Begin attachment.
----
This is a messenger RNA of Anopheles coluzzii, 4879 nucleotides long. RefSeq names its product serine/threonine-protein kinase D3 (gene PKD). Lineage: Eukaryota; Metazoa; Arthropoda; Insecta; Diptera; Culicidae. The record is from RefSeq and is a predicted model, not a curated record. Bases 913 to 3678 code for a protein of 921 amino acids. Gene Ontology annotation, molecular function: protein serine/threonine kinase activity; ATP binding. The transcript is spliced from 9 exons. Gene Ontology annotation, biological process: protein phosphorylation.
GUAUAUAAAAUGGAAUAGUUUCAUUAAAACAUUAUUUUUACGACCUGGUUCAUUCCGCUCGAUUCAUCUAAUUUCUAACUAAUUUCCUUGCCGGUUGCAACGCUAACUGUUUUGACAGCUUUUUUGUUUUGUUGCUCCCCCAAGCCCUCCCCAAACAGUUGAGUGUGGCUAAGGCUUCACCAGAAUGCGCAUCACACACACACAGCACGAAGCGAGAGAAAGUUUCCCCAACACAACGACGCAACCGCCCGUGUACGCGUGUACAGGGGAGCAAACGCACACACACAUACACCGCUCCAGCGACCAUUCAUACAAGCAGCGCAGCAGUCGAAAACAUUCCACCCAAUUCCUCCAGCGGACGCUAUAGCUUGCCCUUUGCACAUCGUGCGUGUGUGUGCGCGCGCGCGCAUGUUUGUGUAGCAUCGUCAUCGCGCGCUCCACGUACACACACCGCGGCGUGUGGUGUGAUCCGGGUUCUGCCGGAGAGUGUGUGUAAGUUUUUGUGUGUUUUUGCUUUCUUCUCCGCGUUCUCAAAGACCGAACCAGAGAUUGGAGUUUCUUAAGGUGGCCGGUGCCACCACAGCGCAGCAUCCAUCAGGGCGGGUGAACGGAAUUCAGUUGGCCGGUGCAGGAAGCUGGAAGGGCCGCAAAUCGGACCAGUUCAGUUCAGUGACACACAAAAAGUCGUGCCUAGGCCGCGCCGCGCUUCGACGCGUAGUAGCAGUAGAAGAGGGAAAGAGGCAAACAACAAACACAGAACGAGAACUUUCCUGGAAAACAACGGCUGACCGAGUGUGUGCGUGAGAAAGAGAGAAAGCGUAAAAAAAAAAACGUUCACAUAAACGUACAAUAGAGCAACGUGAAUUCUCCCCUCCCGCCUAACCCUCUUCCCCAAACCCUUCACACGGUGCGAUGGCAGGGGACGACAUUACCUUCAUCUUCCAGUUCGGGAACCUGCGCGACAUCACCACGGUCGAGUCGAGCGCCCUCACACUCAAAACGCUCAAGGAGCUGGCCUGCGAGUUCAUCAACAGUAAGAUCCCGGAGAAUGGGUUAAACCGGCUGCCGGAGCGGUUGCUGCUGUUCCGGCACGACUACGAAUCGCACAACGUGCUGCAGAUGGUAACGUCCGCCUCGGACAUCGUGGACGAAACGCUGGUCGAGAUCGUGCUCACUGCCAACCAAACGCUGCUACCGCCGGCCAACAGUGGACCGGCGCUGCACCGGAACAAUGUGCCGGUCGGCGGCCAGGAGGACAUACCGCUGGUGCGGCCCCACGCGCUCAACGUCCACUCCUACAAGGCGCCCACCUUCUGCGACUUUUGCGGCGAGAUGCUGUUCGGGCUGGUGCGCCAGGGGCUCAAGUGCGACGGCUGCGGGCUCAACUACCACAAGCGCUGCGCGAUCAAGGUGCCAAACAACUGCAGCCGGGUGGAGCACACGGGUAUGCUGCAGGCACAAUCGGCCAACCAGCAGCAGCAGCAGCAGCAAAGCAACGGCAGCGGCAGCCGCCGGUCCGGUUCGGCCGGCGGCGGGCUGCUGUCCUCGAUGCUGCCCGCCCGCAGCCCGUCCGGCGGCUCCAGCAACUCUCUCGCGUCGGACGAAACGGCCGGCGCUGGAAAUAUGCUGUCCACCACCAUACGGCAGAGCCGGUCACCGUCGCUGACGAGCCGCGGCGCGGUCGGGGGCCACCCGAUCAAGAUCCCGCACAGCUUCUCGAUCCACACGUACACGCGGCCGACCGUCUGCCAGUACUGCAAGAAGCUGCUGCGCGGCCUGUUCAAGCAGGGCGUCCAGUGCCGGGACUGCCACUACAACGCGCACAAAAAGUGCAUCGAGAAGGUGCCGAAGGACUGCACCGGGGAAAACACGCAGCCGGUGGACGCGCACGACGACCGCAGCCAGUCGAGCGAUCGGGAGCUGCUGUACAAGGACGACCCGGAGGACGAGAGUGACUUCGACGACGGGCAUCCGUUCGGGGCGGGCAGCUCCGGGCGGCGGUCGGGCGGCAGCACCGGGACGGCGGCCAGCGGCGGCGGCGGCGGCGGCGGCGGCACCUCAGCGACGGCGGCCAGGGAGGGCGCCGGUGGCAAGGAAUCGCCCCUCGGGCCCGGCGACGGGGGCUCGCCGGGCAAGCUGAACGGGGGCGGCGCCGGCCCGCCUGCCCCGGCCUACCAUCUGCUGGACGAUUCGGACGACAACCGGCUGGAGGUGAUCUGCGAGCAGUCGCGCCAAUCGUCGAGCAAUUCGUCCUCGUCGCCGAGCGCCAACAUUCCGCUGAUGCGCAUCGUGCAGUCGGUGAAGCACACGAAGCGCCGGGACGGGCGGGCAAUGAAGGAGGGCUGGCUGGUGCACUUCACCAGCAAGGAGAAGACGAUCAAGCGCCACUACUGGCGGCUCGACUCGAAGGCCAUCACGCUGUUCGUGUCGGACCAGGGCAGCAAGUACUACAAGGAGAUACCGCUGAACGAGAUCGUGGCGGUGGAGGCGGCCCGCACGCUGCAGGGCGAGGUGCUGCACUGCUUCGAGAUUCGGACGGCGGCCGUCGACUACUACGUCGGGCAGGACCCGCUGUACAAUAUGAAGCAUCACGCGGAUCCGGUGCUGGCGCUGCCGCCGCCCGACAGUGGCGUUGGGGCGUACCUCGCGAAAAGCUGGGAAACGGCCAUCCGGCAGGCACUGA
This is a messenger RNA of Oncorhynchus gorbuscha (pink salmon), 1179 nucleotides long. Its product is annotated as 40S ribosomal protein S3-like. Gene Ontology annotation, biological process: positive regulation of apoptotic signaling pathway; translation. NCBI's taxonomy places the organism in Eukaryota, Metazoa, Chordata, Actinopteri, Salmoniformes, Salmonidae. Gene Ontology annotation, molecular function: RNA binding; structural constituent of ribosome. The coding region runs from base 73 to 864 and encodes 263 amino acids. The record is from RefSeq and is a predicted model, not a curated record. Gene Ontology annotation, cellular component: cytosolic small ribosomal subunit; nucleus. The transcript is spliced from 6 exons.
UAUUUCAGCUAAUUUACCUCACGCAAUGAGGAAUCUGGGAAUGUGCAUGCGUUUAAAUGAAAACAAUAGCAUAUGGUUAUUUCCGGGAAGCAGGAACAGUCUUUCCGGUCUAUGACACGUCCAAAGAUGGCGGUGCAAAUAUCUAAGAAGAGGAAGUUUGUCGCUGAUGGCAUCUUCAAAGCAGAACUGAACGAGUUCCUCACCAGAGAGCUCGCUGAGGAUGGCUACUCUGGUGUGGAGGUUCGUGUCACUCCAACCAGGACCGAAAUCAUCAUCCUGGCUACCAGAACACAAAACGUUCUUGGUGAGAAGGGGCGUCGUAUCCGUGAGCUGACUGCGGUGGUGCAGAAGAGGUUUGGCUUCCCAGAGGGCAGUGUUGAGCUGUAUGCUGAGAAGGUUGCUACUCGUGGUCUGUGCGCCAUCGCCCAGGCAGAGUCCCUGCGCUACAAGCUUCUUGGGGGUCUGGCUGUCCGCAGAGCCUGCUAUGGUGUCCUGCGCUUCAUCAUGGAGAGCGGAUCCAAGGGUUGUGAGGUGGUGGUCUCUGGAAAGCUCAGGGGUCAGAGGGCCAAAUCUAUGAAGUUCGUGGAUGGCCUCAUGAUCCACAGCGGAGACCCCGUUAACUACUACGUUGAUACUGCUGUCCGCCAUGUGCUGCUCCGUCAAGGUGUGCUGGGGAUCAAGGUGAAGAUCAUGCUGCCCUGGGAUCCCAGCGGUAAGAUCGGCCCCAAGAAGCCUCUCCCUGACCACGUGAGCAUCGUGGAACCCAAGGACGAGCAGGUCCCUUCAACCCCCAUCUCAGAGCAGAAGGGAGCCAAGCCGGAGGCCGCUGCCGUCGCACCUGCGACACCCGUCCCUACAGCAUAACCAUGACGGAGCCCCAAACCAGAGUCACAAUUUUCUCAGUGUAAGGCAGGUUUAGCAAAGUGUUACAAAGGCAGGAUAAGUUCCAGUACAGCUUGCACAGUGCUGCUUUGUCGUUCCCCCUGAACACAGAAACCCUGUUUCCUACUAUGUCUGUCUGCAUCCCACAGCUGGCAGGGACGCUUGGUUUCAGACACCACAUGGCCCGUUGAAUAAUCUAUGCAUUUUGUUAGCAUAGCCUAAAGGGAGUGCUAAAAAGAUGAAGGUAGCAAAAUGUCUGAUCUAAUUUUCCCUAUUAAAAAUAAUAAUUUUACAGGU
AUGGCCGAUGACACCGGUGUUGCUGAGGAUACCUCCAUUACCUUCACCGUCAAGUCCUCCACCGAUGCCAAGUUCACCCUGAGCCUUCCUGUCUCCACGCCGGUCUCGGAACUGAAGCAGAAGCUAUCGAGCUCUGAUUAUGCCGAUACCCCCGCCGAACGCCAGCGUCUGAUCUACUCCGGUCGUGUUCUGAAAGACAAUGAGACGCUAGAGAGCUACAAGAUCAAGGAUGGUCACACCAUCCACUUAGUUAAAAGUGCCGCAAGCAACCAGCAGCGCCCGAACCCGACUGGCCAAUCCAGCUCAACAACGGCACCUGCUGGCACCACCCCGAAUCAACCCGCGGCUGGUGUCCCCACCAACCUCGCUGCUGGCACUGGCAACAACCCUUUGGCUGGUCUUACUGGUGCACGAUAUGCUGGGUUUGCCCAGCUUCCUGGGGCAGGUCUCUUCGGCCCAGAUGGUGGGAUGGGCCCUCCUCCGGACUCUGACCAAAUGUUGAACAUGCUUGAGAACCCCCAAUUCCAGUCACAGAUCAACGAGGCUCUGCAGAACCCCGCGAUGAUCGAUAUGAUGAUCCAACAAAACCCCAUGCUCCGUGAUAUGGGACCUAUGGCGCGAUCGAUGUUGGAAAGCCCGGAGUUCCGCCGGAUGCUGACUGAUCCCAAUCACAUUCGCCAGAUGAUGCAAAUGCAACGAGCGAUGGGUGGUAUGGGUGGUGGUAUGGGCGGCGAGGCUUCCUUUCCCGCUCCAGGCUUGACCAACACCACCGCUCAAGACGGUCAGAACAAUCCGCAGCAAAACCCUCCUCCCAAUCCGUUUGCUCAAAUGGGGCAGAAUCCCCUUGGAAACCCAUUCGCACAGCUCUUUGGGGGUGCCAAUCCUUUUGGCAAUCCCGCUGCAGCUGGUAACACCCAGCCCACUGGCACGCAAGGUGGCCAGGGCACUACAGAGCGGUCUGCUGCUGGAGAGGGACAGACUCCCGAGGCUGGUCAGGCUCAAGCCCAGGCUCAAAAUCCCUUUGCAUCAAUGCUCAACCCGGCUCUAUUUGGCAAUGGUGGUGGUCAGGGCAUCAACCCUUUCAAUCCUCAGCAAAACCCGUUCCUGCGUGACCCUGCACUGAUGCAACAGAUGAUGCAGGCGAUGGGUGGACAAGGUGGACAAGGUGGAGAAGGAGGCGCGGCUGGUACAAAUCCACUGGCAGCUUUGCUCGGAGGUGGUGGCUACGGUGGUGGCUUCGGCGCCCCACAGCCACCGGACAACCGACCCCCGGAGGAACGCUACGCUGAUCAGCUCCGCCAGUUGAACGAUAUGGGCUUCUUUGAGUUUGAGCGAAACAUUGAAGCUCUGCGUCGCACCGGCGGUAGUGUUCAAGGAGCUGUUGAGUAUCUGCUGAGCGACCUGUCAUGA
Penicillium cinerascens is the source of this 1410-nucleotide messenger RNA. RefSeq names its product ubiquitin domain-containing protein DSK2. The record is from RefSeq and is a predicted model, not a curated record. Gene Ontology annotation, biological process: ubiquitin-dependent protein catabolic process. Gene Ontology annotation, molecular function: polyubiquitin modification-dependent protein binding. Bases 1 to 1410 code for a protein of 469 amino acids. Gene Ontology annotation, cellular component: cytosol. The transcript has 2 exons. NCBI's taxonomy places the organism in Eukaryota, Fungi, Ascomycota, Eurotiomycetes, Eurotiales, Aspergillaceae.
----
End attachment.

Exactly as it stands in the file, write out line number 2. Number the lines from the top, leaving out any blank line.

GUAUAUAAAAUGGAAUAGUUUCAUUAAAACAUUAUUUUUACGACCUGGUUCAUUCCGCUCGAUUCAUCUAAUUUCUAACUAAUUUCCUUGCCGGUUGCAACGCUAACUGUUUUGACAGCUUUUUUGUUUUGUUGCUCCCCCAAGCCCUCCCCAAACAGUUGAGUGUGGCUAAGGCUUCACCAGAAUGCGCAUCACACACACACAGCACGAAGCGAGAGAAAGUUUCCCCAACACAACGACGCAACCGCCCGUGUACGCGUGUACAGGGGAGCAAACGCACACACACAUACACCGCUCCAGCGACCAUUCAUACAAGCAGCGCAGCAGUCGAAAACAUUCCACCCAAUUCCUCCAGCGGACGCUAUAGCUUGCCCUUUGCACAUCGUGCGUGUGUGUGCGCGCGCGCGCAUGUUUGUGUAGCAUCGUCAUCGCGCGCUCCACGUACACACACCGCGGCGUGUGGUGUGAUCCGGGUUCUGCCGGAGAGUGUGUGUAAGUUUUUGUGUGUUUUUGCUUUCUUCUCCGCGUUCUCAAAGACCGAACCAGAGAUUGGAGUUUCUUAAGGUGGCCGGUGCCACCACAGCGCAGCAUCCAUCAGGGCGGGUGAACGGAAUUCAGUUGGCCGGUGCAGGAAGCUGGAAGGGCCGCAAAUCGGACCAGUUCAGUUCAGUGACACACAAAAAGUCGUGCCUAGGCCGCGCCGCGCUUCGACGCGUAGUAGCAGUAGAAGAGGGAAAGAGGCAAACAACAAACACAGAACGAGAACUUUCCUGGAAAACAACGGCUGACCGAGUGUGUGCGUGAGAAAGAGAGAAAGCGUAAAAAAAAAAACGUUCACAUAAACGUACAAUAGAGCAACGUGAAUUCUCCCCUCCCGCCUAACCCUCUUCCCCAAACCCUUCACACGGUGCGAUGGCAGGGGACGACAUUACCUUCAUCUUCCAGUUCGGGAACCUGCGCGACAUCACCACGGUCGAGUCGAGCGCCCUCACACUCAAAACGCUCAAGGAGCUGGCCUGCGAGUUCAUCAACAGUAAGAUCCCGGAGAAUGGGUUAAACCGGCUGCCGGAGCGGUUGCUGCUGUUCCGGCACGACUACGAAUCGCACAACGUGCUGCAGAUGGUAACGUCCGCCUCGGACAUCGUGGACGAAACGCUGGUCGAGAUCGUGCUCACUGCCAACCAAACGCUGCUACCGCCGGCCAACAGUGGACCGGCGCUGCACCGGAACAAUGUGCCGGUCGGCGGCCAGGAGGACAUACCGCUGGUGCGGCCCCACGCGCUCAACGUCCACUCCUACAAGGCGCCCACCUUCUGCGACUUUUGCGGCGAGAUGCUGUUCGGGCUGGUGCGCCAGGGGCUCAAGUGCGACGGCUGCGGGCUCAACUACCACAAGCGCUGCGCGAUCAAGGUGCCAAACAACUGCAGCCGGGUGGAGCACACGGGUAUGCUGCAGGCACAAUCGGCCAACCAGCAGCAGCAGCAGCAGCAAAGCAACGGCAGCGGCAGCCGCCGGUCCGGUUCGGCCGGCGGCGGGCUGCUGUCCUCGAUGCUGCCCGCCCGCAGCCCGUCCGGCGGCUCCAGCAACUCUCUCGCGUCGGACGAAACGGCCGGCGCUGGAAAUAUGCUGUCCACCACCAUACGGCAGAGCCGGUCACCGUCGCUGACGAGCCGCGGCGCGGUCGGGGGCCACCCGAUCAAGAUCCCGCACAGCUUCUCGAUCCACACGUACACGCGGCCGACCGUCUGCCAGUACUGCAAGAAGCUGCUGCGCGGCCUGUUCAAGCAGGGCGUCCAGUGCCGGGACUGCCACUACAACGCGCACAAAAAGUGCAUCGAGAAGGUGCCGAAGGACUGCACCGGGGAAAACACGCAGCCGGUGGACGCGCACGACGACCGCAGCCAGUCGAGCGAUCGGGAGCUGCUGUACAAGGACGACCCGGAGGACGAGAGUGACUUCGACGACGGGCAUCCGUUCGGGGCGGGCAGCUCCGGGCGGCGGUCGGGCGGCAGCACCGGGACGGCGGCCAGCGGCGGCGGCGGCGGCGGCGGCGGCACCUCAGCGACGGCGGCCAGGGAGGGCGCCGGUGGCAAGGAAUCGCCCCUCGGGCCCGGCGACGGGGGCUCGCCGGGCAAGCUGAACGGGGGCGGCGCCGGCCCGCCUGCCCCGGCCUACCAUCUGCUGGACGAUUCGGACGACAACCGGCUGGAGGUGAUCUGCGAGCAGUCGCGCCAAUCGUCGAGCAAUUCGUCCUCGUCGCCGAGCGCCAACAUUCCGCUGAUGCGCAUCGUGCAGUCGGUGAAGCACACGAAGCGCCGGGACGGGCGGGCAAUGAAGGAGGGCUGGCUGGUGCACUUCACCAGCAAGGAGAAGACGAUCAAGCGCCACUACUGGCGGCUCGACUCGAAGGCCAUCACGCUGUUCGUGUCGGACCAGGGCAGCAAGUACUACAAGGAGAUACCGCUGAACGAGAUCGUGGCGGUGGAGGCGGCCCGCACGCUGCAGGGCGAGGUGCUGCACUGCUUCGAGAUUCGGACGGCGGCCGUCGACUACUACGUCGGGCAGGACCCGCUGUACAAUAUGAAGCAUCACGCGGAUCCGGUGCUGGCGCUGCCGCCGCCCGACAGUGGCGUUGGGGCGUACCUCGCGAAAAGCUGGGAAACGGCCAUCCGGCAGGCACUGA